Want to Improve Hamstring and Adductor Flexibility? Try this

Want to Improve Hamstring and Adductor Flexibility? Try this

 

{WATCH} In this short video filmed at Create Pilates in Wimbledon, I show you how to do Prasarita Padottonasana (A).

When practised with care and consideration this pose is strengthening for the legs and feet – it can improve hamstring and adductor flexibility and can also help develop awareness of how to protect your lower back when you bend forward in day-to-day life. So, the aim is not to get your head to the ground (or to flop forward) – instead, think about stability in the legs and spine throughout.

– As you come into the forward fold, hinge from the hips and keep the length through the spine so that you can target the hamstrings without placing strain on the lumbar spine. If your hamstrings are particularly tight or your back is rounding you can place blocks under the hands to bring the floor up to you. (Also, it’s no good having your head on the floor if your neck is all scrunched up. If that happens, shorten your stance. You don’t want the feet to be so wide apart that you feel unstable).

– Press down through the feet to allow the legs to work more strongly. Notice where the weight is in your feet – if it’s gone back into your heels then bring some weight forward towards the balls of your feet and avoid leaning back into your knees.

– Have hands about shoulder distance apart and lift shoulders up and away from the ears. If your hands are on the floor, walk your fingertips back so that they are in line with the toes and elbows hugging inwards.

Stay here for 5-10 breaths.

TIPS – If you have sciatic issues (as I do) try keeping the feet parallel rather than pigeon-toeing. For back or hamstring issues try bending the knees (I am actually bending my knees slightly here and consequently achieving a deeper stretch into the hamstrings). And for groin issues try shortening the stance.

NB – Always work within your own range of limits and abilities. If you have any medical concerns, speak to your doctor before practising yoga.

Join me for Hatha Yoga at Create Pilates in Wimbledon on Wednesdays from 11.45am-1pm and Fridays 10.15-11.30am. Click here to see my current weekly class schedule.

Undo Knots in the Upper Body with Thread the Needle Pose

Undo Knots in the Upper Body with Thread the Needle Pose

{WATCH} In this short video filmed at Create Pilates in Wimbledon, I show you how to do Thread the Needle Pose.

Thread the Needle can provide a satisfying stretch through the chest and shoulders. Also, the gentle twisting motion can help stretch the muscles in the lower back and release tension in the upper back as well as easing tension in the shoulders and in-between the shoulder blades.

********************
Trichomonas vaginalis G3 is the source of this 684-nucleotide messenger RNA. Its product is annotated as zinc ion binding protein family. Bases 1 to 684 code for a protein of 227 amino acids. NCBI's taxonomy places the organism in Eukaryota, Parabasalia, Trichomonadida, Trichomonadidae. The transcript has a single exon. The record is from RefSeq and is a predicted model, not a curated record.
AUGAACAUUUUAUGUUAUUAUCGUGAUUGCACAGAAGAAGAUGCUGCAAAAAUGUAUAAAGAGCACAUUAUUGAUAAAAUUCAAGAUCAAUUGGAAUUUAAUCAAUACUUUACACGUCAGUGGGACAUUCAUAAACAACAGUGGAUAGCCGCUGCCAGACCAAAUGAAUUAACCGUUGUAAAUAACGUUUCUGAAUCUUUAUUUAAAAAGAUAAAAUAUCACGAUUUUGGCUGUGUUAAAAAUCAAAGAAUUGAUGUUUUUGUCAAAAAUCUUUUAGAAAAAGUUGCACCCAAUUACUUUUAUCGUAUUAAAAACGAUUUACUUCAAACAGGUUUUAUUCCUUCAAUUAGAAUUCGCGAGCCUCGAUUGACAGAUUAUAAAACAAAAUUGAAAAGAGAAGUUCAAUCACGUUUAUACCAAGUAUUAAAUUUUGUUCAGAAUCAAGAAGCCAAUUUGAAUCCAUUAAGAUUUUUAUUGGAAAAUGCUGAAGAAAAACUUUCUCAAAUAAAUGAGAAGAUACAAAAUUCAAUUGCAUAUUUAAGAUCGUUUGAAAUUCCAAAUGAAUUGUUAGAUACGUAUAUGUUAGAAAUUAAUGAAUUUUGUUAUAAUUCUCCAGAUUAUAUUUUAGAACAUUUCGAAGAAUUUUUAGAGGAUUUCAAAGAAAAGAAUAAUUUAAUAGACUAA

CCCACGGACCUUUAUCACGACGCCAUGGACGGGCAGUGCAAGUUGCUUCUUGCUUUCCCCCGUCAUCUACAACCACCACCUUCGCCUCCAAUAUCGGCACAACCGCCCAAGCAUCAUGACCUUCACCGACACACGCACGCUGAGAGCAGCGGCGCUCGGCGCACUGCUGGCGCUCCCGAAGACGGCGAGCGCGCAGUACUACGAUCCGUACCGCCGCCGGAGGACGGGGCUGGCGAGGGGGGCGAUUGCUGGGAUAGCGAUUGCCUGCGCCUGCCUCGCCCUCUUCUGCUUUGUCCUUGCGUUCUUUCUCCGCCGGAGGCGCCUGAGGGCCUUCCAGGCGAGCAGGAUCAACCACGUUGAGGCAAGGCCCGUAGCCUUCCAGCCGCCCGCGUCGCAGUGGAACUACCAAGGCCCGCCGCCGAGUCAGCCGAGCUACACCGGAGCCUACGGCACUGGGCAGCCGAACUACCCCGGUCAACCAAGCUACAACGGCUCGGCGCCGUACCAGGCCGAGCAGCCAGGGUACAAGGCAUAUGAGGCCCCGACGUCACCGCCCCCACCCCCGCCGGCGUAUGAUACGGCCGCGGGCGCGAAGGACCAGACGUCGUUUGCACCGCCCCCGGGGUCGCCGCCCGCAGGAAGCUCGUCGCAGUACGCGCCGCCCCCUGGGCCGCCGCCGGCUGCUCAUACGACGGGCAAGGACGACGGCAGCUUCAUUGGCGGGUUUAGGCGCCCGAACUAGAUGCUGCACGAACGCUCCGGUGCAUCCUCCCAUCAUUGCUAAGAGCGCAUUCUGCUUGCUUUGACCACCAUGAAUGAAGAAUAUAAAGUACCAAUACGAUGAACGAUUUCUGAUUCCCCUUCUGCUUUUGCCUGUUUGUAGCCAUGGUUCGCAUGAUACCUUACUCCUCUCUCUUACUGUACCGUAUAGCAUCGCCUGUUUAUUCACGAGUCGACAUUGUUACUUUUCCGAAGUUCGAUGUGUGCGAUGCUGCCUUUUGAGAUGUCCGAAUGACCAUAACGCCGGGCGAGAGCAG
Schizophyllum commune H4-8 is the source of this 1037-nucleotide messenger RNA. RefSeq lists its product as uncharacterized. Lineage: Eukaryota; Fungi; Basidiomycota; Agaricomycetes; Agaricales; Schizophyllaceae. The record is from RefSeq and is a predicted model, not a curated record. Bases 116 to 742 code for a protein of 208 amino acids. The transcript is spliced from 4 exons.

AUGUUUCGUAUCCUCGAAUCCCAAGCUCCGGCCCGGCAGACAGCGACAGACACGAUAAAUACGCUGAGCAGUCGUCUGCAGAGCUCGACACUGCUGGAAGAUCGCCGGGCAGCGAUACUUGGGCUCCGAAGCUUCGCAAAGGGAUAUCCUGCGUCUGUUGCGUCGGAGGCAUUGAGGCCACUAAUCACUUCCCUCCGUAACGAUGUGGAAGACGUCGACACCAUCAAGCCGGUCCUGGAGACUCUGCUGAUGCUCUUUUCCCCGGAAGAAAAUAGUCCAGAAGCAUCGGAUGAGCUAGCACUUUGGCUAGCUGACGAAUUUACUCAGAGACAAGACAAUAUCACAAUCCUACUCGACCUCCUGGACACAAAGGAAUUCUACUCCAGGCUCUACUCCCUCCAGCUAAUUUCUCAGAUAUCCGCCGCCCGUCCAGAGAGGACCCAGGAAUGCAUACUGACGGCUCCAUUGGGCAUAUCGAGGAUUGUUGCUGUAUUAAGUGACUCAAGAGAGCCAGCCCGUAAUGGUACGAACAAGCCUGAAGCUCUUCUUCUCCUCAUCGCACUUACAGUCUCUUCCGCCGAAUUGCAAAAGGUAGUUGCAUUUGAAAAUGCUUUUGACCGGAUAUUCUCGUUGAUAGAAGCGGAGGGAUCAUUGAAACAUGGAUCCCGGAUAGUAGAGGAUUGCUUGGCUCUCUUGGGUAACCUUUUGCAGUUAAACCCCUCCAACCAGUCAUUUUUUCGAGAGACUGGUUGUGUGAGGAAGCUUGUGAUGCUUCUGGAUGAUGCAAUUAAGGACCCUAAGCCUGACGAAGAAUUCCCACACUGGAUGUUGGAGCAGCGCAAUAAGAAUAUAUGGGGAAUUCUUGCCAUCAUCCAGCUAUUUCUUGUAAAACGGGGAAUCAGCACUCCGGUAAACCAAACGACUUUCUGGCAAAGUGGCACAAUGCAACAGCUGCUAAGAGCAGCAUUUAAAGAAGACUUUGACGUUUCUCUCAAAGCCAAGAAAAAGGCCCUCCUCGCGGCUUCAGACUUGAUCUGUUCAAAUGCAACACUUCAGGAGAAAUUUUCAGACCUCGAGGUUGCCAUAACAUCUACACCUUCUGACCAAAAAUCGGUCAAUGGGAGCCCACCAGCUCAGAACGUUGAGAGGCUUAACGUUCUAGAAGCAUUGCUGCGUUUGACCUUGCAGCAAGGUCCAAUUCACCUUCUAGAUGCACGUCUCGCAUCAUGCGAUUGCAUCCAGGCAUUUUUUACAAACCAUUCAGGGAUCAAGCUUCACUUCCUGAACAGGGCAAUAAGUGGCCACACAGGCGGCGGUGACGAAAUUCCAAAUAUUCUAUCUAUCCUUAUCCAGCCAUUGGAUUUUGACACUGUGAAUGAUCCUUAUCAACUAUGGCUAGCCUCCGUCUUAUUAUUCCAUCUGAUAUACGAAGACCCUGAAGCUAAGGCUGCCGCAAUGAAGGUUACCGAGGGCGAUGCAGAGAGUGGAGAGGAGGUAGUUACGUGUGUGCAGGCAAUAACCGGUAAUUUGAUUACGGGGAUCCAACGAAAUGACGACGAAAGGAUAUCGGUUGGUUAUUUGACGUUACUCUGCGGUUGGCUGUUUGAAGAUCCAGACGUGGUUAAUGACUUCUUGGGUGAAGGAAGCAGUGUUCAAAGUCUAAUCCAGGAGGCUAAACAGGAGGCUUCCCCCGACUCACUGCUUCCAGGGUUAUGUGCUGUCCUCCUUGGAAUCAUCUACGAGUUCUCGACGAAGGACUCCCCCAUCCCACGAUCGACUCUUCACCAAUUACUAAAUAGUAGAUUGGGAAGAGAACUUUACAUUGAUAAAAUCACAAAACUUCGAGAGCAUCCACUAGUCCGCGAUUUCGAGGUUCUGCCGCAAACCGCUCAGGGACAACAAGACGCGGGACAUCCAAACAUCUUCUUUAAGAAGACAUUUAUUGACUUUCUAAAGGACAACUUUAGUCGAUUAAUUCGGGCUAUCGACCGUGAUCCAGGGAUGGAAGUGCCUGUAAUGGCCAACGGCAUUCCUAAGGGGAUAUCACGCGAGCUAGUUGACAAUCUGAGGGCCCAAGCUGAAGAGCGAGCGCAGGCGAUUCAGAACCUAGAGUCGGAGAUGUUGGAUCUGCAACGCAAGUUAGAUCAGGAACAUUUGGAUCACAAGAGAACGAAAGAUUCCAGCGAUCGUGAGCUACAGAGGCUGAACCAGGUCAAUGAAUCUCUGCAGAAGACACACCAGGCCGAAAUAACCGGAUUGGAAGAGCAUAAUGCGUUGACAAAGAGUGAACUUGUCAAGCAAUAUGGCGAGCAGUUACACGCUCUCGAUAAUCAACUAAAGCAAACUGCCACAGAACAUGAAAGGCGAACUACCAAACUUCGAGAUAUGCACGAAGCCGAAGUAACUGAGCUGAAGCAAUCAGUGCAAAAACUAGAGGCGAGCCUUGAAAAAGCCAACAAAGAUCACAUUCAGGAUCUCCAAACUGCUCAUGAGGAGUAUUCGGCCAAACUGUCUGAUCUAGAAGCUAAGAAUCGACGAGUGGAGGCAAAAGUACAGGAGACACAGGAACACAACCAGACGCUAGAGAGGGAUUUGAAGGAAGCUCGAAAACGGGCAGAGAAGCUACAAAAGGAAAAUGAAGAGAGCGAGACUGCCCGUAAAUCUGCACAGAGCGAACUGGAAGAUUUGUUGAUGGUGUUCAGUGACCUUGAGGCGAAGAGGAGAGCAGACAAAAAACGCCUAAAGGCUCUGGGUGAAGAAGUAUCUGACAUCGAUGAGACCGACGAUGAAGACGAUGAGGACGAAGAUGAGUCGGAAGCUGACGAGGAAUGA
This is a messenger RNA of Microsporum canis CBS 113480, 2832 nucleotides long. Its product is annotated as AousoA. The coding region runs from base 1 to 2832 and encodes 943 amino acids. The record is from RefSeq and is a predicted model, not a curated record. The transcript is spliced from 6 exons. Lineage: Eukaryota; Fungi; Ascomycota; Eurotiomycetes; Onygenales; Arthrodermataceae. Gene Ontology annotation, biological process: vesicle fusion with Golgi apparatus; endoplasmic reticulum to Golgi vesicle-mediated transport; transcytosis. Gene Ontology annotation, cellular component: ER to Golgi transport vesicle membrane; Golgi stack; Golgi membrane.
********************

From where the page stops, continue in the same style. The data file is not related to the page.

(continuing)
1. Start on all-fours. Place knees a bit wider than the hips and hands closer together.

2. As you inhale reach your right fingertips toward the ceiling. As you exhale, thread your right arm between your left arm and thigh with your palm facing up. Let your right shoulder come all the way down to the mat. Rest your right ear and cheek on the mat too. Soften your gaze to your left. Keep your tailbone in the air (N.B. Do not press your weight onto your head – adjust your position as necessary to not strain your neck or shoulder.)

3. Allow your upper back to broaden and relax your lower back.

4. With each exhale visualise any tension in the shoulders, neck, back and arms dissolving. Stay here for 3-5 breaths or up to a minute.

5. To move out of the pose, press your left hand down and unwind your twist, sliding your right arm back.

Repeat on the left side.

NB – Please make any modifications as needed to feel comfortable in this pose. Here are a few suggestions:

– If your knees hurt, fold your mat or place a folded blanket under your knees for padding.

– If your wrists hurt in the starting position, rest your forearms on the floor.

– Rest your forearms on a bolster or stack of folded blankets to lift your torso up higher. (This variation is can useful for women who are pregnant.) Rest your ear on the bolster and let your ‘threaded’ arm move toward the floor.

CONTRAINDICATIONS:
Avoid this pose if you have a recent or chronic injury to your knees, shoulders, or neck.

If you have back pain, back injuries, degenerative disk disease or any other diagnosed back condition you should approach this pose with caution.